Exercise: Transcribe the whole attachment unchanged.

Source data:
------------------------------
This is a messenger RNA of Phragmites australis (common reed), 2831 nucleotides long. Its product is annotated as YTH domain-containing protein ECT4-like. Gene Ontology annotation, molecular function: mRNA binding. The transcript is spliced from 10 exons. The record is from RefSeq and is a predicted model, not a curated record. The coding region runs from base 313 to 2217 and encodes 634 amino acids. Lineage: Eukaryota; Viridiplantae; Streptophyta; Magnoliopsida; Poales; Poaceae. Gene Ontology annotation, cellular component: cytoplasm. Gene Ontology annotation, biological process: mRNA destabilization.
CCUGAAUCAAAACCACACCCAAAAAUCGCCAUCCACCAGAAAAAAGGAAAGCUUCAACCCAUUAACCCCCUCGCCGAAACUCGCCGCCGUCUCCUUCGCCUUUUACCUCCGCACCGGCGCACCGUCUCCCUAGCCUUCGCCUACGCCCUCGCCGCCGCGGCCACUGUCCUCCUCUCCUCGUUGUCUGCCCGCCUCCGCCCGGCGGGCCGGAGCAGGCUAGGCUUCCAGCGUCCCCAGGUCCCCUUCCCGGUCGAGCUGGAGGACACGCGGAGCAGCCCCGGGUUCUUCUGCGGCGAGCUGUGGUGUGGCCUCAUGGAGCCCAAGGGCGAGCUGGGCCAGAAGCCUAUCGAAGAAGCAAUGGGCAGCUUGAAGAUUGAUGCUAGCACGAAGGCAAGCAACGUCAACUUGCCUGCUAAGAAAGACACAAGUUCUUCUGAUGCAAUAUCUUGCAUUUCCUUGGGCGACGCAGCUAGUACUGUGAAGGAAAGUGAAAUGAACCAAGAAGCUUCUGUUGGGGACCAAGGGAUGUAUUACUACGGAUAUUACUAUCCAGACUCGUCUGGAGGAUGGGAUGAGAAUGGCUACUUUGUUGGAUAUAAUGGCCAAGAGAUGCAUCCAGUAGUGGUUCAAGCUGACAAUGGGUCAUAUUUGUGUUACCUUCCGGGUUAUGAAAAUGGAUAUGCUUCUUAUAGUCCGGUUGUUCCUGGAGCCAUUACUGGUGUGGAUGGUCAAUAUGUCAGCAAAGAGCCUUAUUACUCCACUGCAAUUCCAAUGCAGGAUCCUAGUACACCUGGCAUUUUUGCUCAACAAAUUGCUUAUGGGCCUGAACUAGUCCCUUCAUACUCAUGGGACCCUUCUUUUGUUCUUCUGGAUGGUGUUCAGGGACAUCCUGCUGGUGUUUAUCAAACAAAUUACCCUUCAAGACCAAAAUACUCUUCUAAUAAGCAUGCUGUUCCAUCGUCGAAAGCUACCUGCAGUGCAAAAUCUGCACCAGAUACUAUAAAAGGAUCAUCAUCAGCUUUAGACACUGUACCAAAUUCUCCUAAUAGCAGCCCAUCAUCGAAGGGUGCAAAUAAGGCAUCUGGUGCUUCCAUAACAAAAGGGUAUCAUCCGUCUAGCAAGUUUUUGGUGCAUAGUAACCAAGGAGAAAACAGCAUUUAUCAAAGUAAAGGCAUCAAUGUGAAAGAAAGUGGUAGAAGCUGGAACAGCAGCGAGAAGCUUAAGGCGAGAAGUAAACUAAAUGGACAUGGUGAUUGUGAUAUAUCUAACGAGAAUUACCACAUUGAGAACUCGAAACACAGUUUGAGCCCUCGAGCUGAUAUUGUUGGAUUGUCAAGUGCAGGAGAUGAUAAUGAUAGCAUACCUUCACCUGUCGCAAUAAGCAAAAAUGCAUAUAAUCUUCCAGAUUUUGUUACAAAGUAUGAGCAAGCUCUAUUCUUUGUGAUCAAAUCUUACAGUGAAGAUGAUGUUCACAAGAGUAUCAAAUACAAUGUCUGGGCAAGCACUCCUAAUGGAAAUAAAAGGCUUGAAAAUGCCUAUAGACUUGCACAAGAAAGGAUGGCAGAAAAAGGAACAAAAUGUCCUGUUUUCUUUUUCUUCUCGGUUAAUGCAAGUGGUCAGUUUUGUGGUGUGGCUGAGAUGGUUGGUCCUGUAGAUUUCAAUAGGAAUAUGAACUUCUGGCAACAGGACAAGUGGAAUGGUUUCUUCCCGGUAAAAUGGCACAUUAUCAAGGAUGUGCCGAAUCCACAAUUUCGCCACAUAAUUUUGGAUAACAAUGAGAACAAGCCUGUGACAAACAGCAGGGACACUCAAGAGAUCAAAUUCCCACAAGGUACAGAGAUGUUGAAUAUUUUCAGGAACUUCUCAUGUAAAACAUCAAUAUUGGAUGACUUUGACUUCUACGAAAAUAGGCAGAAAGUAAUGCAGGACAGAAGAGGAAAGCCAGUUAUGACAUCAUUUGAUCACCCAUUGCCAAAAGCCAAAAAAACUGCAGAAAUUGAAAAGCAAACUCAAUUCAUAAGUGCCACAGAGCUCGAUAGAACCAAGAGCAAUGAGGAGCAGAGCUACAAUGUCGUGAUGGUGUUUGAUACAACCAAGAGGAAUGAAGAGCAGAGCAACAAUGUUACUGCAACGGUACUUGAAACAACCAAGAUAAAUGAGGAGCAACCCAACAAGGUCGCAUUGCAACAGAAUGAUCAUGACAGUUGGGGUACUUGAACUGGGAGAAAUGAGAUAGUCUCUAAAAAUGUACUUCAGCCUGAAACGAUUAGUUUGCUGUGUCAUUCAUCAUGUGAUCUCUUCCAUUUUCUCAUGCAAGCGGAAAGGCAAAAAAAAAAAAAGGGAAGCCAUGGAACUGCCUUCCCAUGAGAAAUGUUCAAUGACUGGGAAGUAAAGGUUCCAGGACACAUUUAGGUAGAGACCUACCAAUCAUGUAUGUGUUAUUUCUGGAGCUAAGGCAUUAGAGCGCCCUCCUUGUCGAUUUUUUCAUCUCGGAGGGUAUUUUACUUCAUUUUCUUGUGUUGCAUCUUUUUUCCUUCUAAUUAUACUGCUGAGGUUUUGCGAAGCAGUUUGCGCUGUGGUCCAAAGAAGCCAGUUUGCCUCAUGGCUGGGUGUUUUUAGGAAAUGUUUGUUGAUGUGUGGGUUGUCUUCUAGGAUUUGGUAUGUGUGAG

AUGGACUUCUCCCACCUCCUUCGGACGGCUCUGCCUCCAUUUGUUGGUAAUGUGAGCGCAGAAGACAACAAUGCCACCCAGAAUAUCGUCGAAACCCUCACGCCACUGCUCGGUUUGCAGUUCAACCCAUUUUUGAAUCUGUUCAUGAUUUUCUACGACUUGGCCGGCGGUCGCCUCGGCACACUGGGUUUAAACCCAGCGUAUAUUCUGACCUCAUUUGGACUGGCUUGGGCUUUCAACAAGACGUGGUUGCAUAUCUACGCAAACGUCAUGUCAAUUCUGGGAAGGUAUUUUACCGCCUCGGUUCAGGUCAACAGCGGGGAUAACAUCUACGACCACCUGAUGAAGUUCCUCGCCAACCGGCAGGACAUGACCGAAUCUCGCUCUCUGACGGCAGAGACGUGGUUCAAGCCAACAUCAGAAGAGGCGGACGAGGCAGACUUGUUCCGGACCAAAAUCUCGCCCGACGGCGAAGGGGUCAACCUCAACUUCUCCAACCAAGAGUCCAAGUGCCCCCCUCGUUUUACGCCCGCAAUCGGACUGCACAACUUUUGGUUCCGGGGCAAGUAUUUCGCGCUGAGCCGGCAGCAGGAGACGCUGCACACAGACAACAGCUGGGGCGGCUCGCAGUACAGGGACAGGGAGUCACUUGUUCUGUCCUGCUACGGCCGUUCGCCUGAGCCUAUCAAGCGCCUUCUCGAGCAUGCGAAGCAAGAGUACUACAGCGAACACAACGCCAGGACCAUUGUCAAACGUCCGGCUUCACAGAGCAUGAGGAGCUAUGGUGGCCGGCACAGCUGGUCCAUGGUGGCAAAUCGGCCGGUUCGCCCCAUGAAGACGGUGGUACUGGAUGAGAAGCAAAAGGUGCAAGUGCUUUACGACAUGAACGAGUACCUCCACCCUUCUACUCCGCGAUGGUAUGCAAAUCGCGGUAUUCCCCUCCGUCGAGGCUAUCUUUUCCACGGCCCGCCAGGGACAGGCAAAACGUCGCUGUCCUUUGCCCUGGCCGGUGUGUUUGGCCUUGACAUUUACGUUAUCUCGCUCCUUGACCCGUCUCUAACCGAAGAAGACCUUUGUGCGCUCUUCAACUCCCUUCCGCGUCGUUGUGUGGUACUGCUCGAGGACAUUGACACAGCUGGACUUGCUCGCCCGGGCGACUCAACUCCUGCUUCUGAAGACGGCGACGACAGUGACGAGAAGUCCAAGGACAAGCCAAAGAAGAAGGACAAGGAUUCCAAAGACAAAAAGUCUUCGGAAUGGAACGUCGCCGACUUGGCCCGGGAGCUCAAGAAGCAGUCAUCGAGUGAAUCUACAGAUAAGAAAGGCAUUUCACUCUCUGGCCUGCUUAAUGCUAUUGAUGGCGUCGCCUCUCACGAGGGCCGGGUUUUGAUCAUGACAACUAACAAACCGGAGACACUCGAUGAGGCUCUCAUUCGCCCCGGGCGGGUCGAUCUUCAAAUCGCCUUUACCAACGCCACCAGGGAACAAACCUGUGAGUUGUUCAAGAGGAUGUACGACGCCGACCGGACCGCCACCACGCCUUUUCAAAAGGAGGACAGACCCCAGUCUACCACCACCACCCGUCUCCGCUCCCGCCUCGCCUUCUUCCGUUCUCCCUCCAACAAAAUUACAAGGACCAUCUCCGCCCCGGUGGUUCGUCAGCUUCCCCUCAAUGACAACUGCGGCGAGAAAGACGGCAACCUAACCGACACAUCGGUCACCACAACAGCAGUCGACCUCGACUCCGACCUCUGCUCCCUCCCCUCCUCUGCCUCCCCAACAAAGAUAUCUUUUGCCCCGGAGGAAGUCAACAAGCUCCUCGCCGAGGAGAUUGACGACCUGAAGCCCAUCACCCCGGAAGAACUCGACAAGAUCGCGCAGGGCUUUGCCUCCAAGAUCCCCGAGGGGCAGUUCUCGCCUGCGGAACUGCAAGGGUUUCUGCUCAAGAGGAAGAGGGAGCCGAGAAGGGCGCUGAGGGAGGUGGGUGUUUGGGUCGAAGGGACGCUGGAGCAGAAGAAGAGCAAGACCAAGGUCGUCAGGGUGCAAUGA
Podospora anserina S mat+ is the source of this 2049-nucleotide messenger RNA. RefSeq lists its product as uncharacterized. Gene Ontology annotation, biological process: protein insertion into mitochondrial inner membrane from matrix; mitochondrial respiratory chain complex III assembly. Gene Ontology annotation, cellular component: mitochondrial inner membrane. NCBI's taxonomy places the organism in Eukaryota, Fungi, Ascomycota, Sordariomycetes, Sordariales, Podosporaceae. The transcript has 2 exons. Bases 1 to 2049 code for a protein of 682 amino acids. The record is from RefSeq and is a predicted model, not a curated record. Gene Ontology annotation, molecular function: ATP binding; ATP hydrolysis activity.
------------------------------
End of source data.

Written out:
This is a messenger RNA of Phragmites australis (common reed), 2831 nucleotides long. Its product is annotated as YTH domain-containing protein ECT4-like. Gene Ontology annotation, molecular function: mRNA binding. The transcript is spliced from 10 exons. The record is from RefSeq and is a predicted model, not a curated record. The coding region runs from base 313 to 2217 and encodes 634 amino acids. Lineage: Eukaryota; Viridiplantae; Streptophyta; Magnoliopsida; Poales; Poaceae. Gene Ontology annotation, cellular component: cytoplasm. Gene Ontology annotation, biological process: mRNA destabilization.
CCUGAAUCAAAACCACACCCAAAAAUCGCCAUCCACCAGAAAAAAGGAAAGCUUCAACCCAUUAACCCCCUCGCCGAAACUCGCCGCCGUCUCCUUCGCCUUUUACCUCCGCACCGGCGCACCGUCUCCCUAGCCUUCGCCUACGCCCUCGCCGCCGCGGCCACUGUCCUCCUCUCCUCGUUGUCUGCCCGCCUCCGCCCGGCGGGCCGGAGCAGGCUAGGCUUCCAGCGUCCCCAGGUCCCCUUCCCGGUCGAGCUGGAGGACACGCGGAGCAGCCCCGGGUUCUUCUGCGGCGAGCUGUGGUGUGGCCUCAUGGAGCCCAAGGGCGAGCUGGGCCAGAAGCCUAUCGAAGAAGCAAUGGGCAGCUUGAAGAUUGAUGCUAGCACGAAGGCAAGCAACGUCAACUUGCCUGCUAAGAAAGACACAAGUUCUUCUGAUGCAAUAUCUUGCAUUUCCUUGGGCGACGCAGCUAGUACUGUGAAGGAAAGUGAAAUGAACCAAGAAGCUUCUGUUGGGGACCAAGGGAUGUAUUACUACGGAUAUUACUAUCCAGACUCGUCUGGAGGAUGGGAUGAGAAUGGCUACUUUGUUGGAUAUAAUGGCCAAGAGAUGCAUCCAGUAGUGGUUCAAGCUGACAAUGGGUCAUAUUUGUGUUACCUUCCGGGUUAUGAAAAUGGAUAUGCUUCUUAUAGUCCGGUUGUUCCUGGAGCCAUUACUGGUGUGGAUGGUCAAUAUGUCAGCAAAGAGCCUUAUUACUCCACUGCAAUUCCAAUGCAGGAUCCUAGUACACCUGGCAUUUUUGCUCAACAAAUUGCUUAUGGGCCUGAACUAGUCCCUUCAUACUCAUGGGACCCUUCUUUUGUUCUUCUGGAUGGUGUUCAGGGACAUCCUGCUGGUGUUUAUCAAACAAAUUACCCUUCAAGACCAAAAUACUCUUCUAAUAAGCAUGCUGUUCCAUCGUCGAAAGCUACCUGCAGUGCAAAAUCUGCACCAGAUACUAUAAAAGGAUCAUCAUCAGCUUUAGACACUGUACCAAAUUCUCCUAAUAGCAGCCCAUCAUCGAAGGGUGCAAAUAAGGCAUCUGGUGCUUCCAUAACAAAAGGGUAUCAUCCGUCUAGCAAGUUUUUGGUGCAUAGUAACCAAGGAGAAAACAGCAUUUAUCAAAGUAAAGGCAUCAAUGUGAAAGAAAGUGGUAGAAGCUGGAACAGCAGCGAGAAGCUUAAGGCGAGAAGUAAACUAAAUGGACAUGGUGAUUGUGAUAUAUCUAACGAGAAUUACCACAUUGAGAACUCGAAACACAGUUUGAGCCCUCGAGCUGAUAUUGUUGGAUUGUCAAGUGCAGGAGAUGAUAAUGAUAGCAUACCUUCACCUGUCGCAAUAAGCAAAAAUGCAUAUAAUCUUCCAGAUUUUGUUACAAAGUAUGAGCAAGCUCUAUUCUUUGUGAUCAAAUCUUACAGUGAAGAUGAUGUUCACAAGAGUAUCAAAUACAAUGUCUGGGCAAGCACUCCUAAUGGAAAUAAAAGGCUUGAAAAUGCCUAUAGACUUGCACAAGAAAGGAUGGCAGAAAAAGGAACAAAAUGUCCUGUUUUCUUUUUCUUCUCGGUUAAUGCAAGUGGUCAGUUUUGUGGUGUGGCUGAGAUGGUUGGUCCUGUAGAUUUCAAUAGGAAUAUGAACUUCUGGCAACAGGACAAGUGGAAUGGUUUCUUCCCGGUAAAAUGGCACAUUAUCAAGGAUGUGCCGAAUCCACAAUUUCGCCACAUAAUUUUGGAUAACAAUGAGAACAAGCCUGUGACAAACAGCAGGGACACUCAAGAGAUCAAAUUCCCACAAGGUACAGAGAUGUUGAAUAUUUUCAGGAACUUCUCAUGUAAAACAUCAAUAUUGGAUGACUUUGACUUCUACGAAAAUAGGCAGAAAGUAAUGCAGGACAGAAGAGGAAAGCCAGUUAUGACAUCAUUUGAUCACCCAUUGCCAAAAGCCAAAAAAACUGCAGAAAUUGAAAAGCAAACUCAAUUCAUAAGUGCCACAGAGCUCGAUAGAACCAAGAGCAAUGAGGAGCAGAGCUACAAUGUCGUGAUGGUGUUUGAUACAACCAAGAGGAAUGAAGAGCAGAGCAACAAUGUUACUGCAACGGUACUUGAAACAACCAAGAUAAAUGAGGAGCAACCCAACAAGGUCGCAUUGCAACAGAAUGAUCAUGACAGUUGGGGUACUUGAACUGGGAGAAAUGAGAUAGUCUCUAAAAAUGUACUUCAGCCUGAAACGAUUAGUUUGCUGUGUCAUUCAUCAUGUGAUCUCUUCCAUUUUCUCAUGCAAGCGGAAAGGCAAAAAAAAAAAAAGGGAAGCCAUGGAACUGCCUUCCCAUGAGAAAUGUUCAAUGACUGGGAAGUAAAGGUUCCAGGACACAUUUAGGUAGAGACCUACCAAUCAUGUAUGUGUUAUUUCUGGAGCUAAGGCAUUAGAGCGCCCUCCUUGUCGAUUUUUUCAUCUCGGAGGGUAUUUUACUUCAUUUUCUUGUGUUGCAUCUUUUUUCCUUCUAAUUAUACUGCUGAGGUUUUGCGAAGCAGUUUGCGCUGUGGUCCAAAGAAGCCAGUUUGCCUCAUGGCUGGGUGUUUUUAGGAAAUGUUUGUUGAUGUGUGGGUUGUCUUCUAGGAUUUGGUAUGUGUGAG

AUGGACUUCUCCCACCUCCUUCGGACGGCUCUGCCUCCAUUUGUUGGUAAUGUGAGCGCAGAAGACAACAAUGCCACCCAGAAUAUCGUCGAAACCCUCACGCCACUGCUCGGUUUGCAGUUCAACCCAUUUUUGAAUCUGUUCAUGAUUUUCUACGACUUGGCCGGCGGUCGCCUCGGCACACUGGGUUUAAACCCAGCGUAUAUUCUGACCUCAUUUGGACUGGCUUGGGCUUUCAACAAGACGUGGUUGCAUAUCUACGCAAACGUCAUGUCAAUUCUGGGAAGGUAUUUUACCGCCUCGGUUCAGGUCAACAGCGGGGAUAACAUCUACGACCACCUGAUGAAGUUCCUCGCCAACCGGCAGGACAUGACCGAAUCUCGCUCUCUGACGGCAGAGACGUGGUUCAAGCCAACAUCAGAAGAGGCGGACGAGGCAGACUUGUUCCGGACCAAAAUCUCGCCCGACGGCGAAGGGGUCAACCUCAACUUCUCCAACCAAGAGUCCAAGUGCCCCCCUCGUUUUACGCCCGCAAUCGGACUGCACAACUUUUGGUUCCGGGGCAAGUAUUUCGCGCUGAGCCGGCAGCAGGAGACGCUGCACACAGACAACAGCUGGGGCGGCUCGCAGUACAGGGACAGGGAGUCACUUGUUCUGUCCUGCUACGGCCGUUCGCCUGAGCCUAUCAAGCGCCUUCUCGAGCAUGCGAAGCAAGAGUACUACAGCGAACACAACGCCAGGACCAUUGUCAAACGUCCGGCUUCACAGAGCAUGAGGAGCUAUGGUGGCCGGCACAGCUGGUCCAUGGUGGCAAAUCGGCCGGUUCGCCCCAUGAAGACGGUGGUACUGGAUGAGAAGCAAAAGGUGCAAGUGCUUUACGACAUGAACGAGUACCUCCACCCUUCUACUCCGCGAUGGUAUGCAAAUCGCGGUAUUCCCCUCCGUCGAGGCUAUCUUUUCCACGGCCCGCCAGGGACAGGCAAAACGUCGCUGUCCUUUGCCCUGGCCGGUGUGUUUGGCCUUGACAUUUACGUUAUCUCGCUCCUUGACCCGUCUCUAACCGAAGAAGACCUUUGUGCGCUCUUCAACUCCCUUCCGCGUCGUUGUGUGGUACUGCUCGAGGACAUUGACACAGCUGGACUUGCUCGCCCGGGCGACUCAACUCCUGCUUCUGAAGACGGCGACGACAGUGACGAGAAGUCCAAGGACAAGCCAAAGAAGAAGGACAAGGAUUCCAAAGACAAAAAGUCUUCGGAAUGGAACGUCGCCGACUUGGCCCGGGAGCUCAAGAAGCAGUCAUCGAGUGAAUCUACAGAUAAGAAAGGCAUUUCACUCUCUGGCCUGCUUAAUGCUAUUGAUGGCGUCGCCUCUCACGAGGGCCGGGUUUUGAUCAUGACAACUAACAAACCGGAGACACUCGAUGAGGCUCUCAUUCGCCCCGGGCGGGUCGAUCUUCAAAUCGCCUUUACCAACGCCACCAGGGAACAAACCUGUGAGUUGUUCAAGAGGAUGUACGACGCCGACCGGACCGCCACCACGCCUUUUCAAAAGGAGGACAGACCCCAGUCUACCACCACCACCCGUCUCCGCUCCCGCCUCGCCUUCUUCCGUUCUCCCUCCAACAAAAUUACAAGGACCAUCUCCGCCCCGGUGGUUCGUCAGCUUCCCCUCAAUGACAACUGCGGCGAGAAAGACGGCAACCUAACCGACACAUCGGUCACCACAACAGCAGUCGACCUCGACUCCGACCUCUGCUCCCUCCCCUCCUCUGCCUCCCCAACAAAGAUAUCUUUUGCCCCGGAGGAAGUCAACAAGCUCCUCGCCGAGGAGAUUGACGACCUGAAGCCCAUCACCCCGGAAGAACUCGACAAGAUCGCGCAGGGCUUUGCCUCCAAGAUCCCCGAGGGGCAGUUCUCGCCUGCGGAACUGCAAGGGUUUCUGCUCAAGAGGAAGAGGGAGCCGAGAAGGGCGCUGAGGGAGGUGGGUGUUUGGGUCGAAGGGACGCUGGAGCAGAAGAAGAGCAAGACCAAGGUCGUCAGGGUGCAAUGA
Podospora anserina S mat+ is the source of this 2049-nucleotide messenger RNA. RefSeq lists its product as uncharacterized. Gene Ontology annotation, biological process: protein insertion into mitochondrial inner membrane from matrix; mitochondrial respiratory chain complex III assembly. Gene Ontology annotation, cellular component: mitochondrial inner membrane. NCBI's taxonomy places the organism in Eukaryota, Fungi, Ascomycota, Sordariomycetes, Sordariales, Podosporaceae. The transcript has 2 exons. Bases 1 to 2049 code for a protein of 682 amino acids. The record is from RefSeq and is a predicted model, not a curated record. Gene Ontology annotation, molecular function: ATP binding; ATP hydrolysis activity.